It is also almost certain that higher education will look and operate differently after we get through the current crisis. Some likely examples include:
- Far fewer meetings and conferences will take place in person.
- Many courses that were moved online will stay online or partially online.
- Some “social distancing” will continue.
- Overall enrollment will decline further, ensuring a 9th year of continued reduction, but learning options for students will be much more flexible.
- The shift from “higher education” to “post-secondary” education, with many non-degree models being offered outside of colleges and universities will accelerate, although the growth of industry developed and delivered education will almost certainly slow as businesses recover over time from what will be a very deep recession.
While it is not possible to know with certainty at a societal level what things will look like when the current round of the novel corona virus burns itself out—or even when that will happen—there are some things we can assume with fairly high confidence.
- Unemployment will soar. Some estimates put job losses at 3,000,000 to as many as 7,500,000 unemployed by this summer.
- The recession (we are already in one) will be much deeper than 2008
- The previous “recovery” was already weak for a majority of the population
- Many businesses will not survive
- New models will replace old models for everything (telemedicine, telecommuting, communications, virtual meetings, online education, retail, etc. will look much different and many things will not go back to how they were)
- Travel will be comparatively limited and may not return to previous levels for years, if at all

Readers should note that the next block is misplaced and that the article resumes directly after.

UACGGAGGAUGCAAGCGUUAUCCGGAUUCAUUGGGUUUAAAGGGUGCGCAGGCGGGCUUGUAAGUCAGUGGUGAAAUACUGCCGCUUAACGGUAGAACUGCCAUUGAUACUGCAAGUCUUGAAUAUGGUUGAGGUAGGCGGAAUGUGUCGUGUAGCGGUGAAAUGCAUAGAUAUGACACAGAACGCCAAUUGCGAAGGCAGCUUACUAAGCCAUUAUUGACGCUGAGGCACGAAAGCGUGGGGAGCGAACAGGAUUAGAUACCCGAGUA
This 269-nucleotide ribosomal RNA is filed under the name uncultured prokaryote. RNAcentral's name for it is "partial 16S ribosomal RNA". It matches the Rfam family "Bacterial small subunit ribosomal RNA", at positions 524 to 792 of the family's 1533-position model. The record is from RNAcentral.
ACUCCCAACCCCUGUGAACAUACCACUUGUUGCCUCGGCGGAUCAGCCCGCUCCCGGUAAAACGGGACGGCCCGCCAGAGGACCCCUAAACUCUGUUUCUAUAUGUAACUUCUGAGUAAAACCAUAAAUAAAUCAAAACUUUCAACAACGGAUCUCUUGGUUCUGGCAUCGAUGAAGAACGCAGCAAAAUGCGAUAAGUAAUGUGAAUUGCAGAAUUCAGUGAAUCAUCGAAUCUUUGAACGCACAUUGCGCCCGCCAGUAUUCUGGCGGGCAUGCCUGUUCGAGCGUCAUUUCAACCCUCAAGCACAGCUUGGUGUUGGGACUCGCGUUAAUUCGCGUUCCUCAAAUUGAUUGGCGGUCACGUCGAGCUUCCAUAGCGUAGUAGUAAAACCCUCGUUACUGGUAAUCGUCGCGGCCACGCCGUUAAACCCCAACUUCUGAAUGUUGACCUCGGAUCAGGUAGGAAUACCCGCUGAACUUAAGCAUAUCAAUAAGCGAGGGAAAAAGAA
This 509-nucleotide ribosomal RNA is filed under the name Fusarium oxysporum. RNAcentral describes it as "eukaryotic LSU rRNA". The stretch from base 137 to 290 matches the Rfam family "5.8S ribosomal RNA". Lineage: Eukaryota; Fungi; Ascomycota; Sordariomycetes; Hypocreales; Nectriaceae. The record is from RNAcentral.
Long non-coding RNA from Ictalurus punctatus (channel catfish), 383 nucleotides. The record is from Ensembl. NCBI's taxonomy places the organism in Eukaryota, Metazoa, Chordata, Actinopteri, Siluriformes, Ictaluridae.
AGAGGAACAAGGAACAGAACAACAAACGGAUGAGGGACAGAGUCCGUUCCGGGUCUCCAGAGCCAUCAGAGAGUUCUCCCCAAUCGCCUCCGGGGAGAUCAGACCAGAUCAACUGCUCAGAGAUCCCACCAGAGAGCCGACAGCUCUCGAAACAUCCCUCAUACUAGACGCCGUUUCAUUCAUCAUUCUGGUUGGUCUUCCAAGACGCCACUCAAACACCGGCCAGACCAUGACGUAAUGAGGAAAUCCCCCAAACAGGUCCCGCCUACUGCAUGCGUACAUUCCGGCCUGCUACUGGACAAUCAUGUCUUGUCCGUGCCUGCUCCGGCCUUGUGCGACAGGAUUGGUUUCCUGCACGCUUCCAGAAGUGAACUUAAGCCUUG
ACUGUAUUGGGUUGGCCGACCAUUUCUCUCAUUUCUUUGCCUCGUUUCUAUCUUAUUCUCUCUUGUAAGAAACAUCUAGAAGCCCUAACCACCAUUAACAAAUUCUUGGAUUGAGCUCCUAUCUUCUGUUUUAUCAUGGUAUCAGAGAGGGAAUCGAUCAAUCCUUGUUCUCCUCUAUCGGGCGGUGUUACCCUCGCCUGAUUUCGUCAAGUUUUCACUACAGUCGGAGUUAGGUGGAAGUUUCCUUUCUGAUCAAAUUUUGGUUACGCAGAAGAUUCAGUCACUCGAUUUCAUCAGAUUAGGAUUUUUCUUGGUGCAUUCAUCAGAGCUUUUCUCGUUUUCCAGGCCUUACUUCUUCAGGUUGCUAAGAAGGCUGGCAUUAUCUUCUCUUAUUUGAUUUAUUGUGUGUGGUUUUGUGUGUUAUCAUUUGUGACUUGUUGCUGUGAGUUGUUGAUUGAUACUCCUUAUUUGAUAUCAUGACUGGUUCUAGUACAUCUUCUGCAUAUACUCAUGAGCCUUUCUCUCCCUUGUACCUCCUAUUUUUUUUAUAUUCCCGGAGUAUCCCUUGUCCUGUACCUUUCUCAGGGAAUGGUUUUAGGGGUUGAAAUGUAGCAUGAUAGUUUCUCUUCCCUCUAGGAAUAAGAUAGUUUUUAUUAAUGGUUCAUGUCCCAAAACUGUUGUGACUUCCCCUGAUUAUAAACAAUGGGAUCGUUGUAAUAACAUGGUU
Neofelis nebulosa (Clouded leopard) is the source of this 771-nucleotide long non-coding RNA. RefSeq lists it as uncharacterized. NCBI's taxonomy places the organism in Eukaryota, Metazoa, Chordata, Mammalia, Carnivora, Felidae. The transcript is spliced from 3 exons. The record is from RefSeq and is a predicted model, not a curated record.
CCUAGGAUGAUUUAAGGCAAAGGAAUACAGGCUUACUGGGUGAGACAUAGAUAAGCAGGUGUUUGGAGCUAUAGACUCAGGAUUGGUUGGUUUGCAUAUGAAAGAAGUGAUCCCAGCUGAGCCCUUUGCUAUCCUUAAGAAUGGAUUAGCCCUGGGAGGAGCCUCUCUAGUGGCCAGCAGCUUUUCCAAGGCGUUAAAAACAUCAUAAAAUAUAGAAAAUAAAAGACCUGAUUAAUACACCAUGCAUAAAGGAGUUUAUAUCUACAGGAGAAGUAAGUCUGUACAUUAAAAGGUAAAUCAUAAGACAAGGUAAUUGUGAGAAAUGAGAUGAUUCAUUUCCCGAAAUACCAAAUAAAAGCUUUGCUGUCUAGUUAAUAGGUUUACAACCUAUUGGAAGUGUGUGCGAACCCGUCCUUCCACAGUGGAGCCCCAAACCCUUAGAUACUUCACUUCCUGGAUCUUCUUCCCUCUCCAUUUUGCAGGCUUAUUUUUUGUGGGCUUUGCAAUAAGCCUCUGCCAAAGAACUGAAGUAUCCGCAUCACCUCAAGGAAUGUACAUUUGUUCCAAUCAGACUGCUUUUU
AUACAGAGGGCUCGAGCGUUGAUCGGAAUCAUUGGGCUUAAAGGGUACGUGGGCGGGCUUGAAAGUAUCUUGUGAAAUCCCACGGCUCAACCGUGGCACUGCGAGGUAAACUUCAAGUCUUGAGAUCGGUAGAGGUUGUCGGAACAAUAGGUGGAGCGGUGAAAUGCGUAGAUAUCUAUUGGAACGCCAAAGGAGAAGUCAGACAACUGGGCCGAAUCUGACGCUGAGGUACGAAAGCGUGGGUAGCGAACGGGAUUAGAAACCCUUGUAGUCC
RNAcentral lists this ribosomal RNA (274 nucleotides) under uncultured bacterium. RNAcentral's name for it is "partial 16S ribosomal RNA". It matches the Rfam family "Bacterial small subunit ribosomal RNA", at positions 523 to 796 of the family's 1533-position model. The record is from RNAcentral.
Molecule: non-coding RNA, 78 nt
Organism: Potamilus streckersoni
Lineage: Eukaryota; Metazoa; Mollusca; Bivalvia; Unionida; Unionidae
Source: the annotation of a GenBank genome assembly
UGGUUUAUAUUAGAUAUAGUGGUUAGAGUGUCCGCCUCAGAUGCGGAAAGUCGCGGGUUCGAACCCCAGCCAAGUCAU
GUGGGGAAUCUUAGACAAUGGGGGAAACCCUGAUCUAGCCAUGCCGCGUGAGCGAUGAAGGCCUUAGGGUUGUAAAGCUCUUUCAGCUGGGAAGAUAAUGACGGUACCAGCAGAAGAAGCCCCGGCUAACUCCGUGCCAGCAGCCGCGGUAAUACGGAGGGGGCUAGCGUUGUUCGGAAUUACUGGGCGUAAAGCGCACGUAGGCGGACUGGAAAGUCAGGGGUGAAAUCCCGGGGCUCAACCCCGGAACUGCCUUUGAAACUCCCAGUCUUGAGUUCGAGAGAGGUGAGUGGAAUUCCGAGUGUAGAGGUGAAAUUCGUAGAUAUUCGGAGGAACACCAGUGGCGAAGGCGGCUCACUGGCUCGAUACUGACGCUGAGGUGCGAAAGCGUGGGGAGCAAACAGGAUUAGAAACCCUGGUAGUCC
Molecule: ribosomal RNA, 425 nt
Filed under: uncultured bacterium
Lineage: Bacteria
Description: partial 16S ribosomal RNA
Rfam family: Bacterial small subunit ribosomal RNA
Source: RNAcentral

- Supply chains will get shorter and less global
Some Personal Thoughts
The current situation is probably causing more stress and anxiety than any other period in my lifetime, as well as the lifetimes of most people reading this article. Previous recessions and crises were qualitatively different. Even something like the Cuban Missile Crisis, existential though it was, was short lived and did not take out the global economy. Same for 9/11. And, we were already dealing with climate change, mass shootings, and frightening political divisiveness.
Yes, we need to think about and plan for the future. We need to advocate for ourselves and our families by aggressively protecting or pursuing employment and stretching out fiscal resources as far as possible, but the most positive element of this current terrible crisis is that it is so big and so pervasive that we are literally all in this together. The one saving grace is that unlike “traditional” recessions or even depressions, no one is exempt from the effects of the current crisis. As terrifying as the reality is, tens of millions of Americans will not suddenly be on the streets when they can’t pay rent, because that is not logistically possible. There is no mechanism to evict that many people and no place for us to go anyway!
We cannot individually stop the virus or the recession, but we can contribute to the effort. It is a fact that many of us will experience greater financial duress in the near to mid-term future than at any time in our lives simply because despite the headlines about the economic recovery that is now over, it was never a strong recovery for most of the population to begin with. And some number of us, very unfortunately, will do battle with COVID 19 itself.
For those of us who suddenly have more time because we are out of work or our work has changed, this is an opportunity to give ourselves permission to engage in beneficial activities that we would not have otherwise.
- Read articles and books you couldn’t get to previously
- Write articles and books you couldn’t previously
- Take walks
- Get to know your family members
- Grow a garden
- Work on your mental and physical health
- Start a gratitude journal
- Take extended breaks from the news
We don’t know for sure where we are headed, but it would be a shame to squander the opportunity that many of us have to pursue edifying and beneficial activities. Love yourself, love your family, and love your neighbor.